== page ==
“Having been born a freeman, and for more than thirty years enjoyed the blessings of liberty in a free State—and having at the end of that time been kidnapped and sold into Slavery, where I remained, until happily rescued in the month of January, 1853, after a bondage of twelve years—it has been suggested that an account of my life and fortunes would not be uninteresting to the public. Since my return to liberty, I have not failed to perceive the increasing interest throughout the Northern States, in regard to the subject of Slavery. Works of fiction, professing to portray its features in their more pleasing as well as more repugnant aspects, have been circulated to an extent unprecedented, and, as I understand, have created a fruitful topic of comment and discussion.” “Twelve Years a Slave” is a memoir and slave narrative by American Solomon Northup. It was first published in 1853. In “Twelve Years a Slave” Solomon Northup describes how he was kidnapped and sold into slavery in the Deep South.
Release on 2004 | by Leiden Institute for the Study of Religions. International Conference
Papers Presented to the Second International Conference of the Leiden Institute for the Study of Religions (Lisor) Held at Leiden, 27-28 April, 2000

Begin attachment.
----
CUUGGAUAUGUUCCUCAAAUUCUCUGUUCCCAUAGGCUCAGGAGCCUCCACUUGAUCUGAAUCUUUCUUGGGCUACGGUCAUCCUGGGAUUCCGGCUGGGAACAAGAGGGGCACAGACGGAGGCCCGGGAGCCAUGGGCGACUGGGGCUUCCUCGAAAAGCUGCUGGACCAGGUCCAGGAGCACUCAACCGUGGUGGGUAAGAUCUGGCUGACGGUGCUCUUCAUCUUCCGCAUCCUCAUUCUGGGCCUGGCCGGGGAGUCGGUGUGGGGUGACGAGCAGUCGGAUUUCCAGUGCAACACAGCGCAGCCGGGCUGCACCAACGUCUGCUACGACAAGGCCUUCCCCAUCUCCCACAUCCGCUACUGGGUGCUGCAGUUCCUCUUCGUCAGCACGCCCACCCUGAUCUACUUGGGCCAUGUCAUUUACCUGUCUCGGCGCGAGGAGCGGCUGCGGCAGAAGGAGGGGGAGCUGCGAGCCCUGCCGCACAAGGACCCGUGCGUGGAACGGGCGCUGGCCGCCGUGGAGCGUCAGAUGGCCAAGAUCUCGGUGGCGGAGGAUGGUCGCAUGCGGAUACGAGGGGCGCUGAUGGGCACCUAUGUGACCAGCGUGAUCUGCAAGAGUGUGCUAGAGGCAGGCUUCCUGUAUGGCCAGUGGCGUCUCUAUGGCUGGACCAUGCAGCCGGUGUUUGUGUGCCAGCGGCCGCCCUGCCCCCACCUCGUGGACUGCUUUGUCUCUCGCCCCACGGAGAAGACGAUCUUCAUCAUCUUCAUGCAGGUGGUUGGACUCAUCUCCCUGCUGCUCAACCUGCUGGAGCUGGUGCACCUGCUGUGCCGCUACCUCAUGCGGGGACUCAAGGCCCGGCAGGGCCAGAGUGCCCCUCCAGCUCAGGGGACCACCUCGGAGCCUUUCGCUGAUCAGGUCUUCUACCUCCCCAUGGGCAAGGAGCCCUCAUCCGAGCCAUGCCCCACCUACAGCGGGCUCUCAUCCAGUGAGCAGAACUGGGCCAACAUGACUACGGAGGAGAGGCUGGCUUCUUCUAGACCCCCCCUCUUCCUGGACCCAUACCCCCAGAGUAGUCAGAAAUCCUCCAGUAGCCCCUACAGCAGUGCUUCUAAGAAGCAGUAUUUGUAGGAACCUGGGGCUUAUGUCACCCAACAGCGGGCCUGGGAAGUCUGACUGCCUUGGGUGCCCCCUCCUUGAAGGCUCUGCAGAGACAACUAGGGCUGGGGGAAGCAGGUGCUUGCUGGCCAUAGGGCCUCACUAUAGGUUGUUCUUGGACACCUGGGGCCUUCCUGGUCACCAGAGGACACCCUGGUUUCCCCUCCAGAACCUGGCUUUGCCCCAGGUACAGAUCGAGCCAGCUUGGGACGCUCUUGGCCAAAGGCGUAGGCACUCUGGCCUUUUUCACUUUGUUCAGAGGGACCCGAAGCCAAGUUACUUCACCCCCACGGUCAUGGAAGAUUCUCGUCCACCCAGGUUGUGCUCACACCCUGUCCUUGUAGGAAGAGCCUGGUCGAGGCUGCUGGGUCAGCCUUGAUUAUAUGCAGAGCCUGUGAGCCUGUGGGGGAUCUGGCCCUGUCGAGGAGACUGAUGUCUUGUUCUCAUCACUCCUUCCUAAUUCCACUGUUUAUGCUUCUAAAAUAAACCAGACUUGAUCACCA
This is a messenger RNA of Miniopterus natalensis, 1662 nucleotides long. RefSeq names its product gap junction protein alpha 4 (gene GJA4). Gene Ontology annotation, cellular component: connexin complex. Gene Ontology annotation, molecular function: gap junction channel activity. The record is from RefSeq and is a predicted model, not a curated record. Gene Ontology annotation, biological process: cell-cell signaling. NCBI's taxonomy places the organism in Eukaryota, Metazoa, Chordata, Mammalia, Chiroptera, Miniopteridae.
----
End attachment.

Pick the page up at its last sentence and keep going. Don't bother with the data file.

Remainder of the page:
Author: Leiden Institute for the Study of Religions. International Conference
Pubpsher: Uitgeverij Van Gorcum
Studies in Theology and Religion,11 Polemics, as "the art or practice of disputation or controversy", is a living issue in matters of religion, and is a major object of research for scholars in religious studies and theology. The second international conference of the Leiden Institute for the Study of Religions (LISOR), held at Leiden in April 2000, was devoted to the subject of Religious Polemics in Context, aiming at a further exploration of the notion of religious polemics, together with the unfolding of a wide variety of case-studies from various religious traditions. The volume contains most of the papers read at the conference, and offers contributions on general issues (e.g., by M. Dascal), as well as on particular topics in the fields of history of religion (e.g., Islam), ancient Israel and early Christianity, the history of Christianity, and the social sciences of religion. An annotated bibliography is added to this collection, which may stimulate a further study of the topic.
Account of the Christianity from the Apostles to the Reformation
Author: Philip Schaff
"History of the Christian Church" is an eight volume account of Christian history which covers the history of Christianity from the time of the apostles to the Reformation period. The book deals with seven periods in the history of the church: The First Period of Church History – Apostolic Christianity; The Second Period of Church History – Ante-Nicene Christianity; The Third Period of Church History – The Church in Union with the Roman Empire; The Fourth Period of Church History – The Church among the Barbarians; The Fifth Period of Church History – From Gregory VII to Boniface VIII A. D. 1049–1294; The Sixth Period of Church History – From Boniface VIII to Martin Luther ; The Seventh Period of Church History – The Reformation.
Explorations and Reflections of an Indian Guyanese Hindu
Author: Ramesh Gampat
Pubpsher: Xlibris Corporation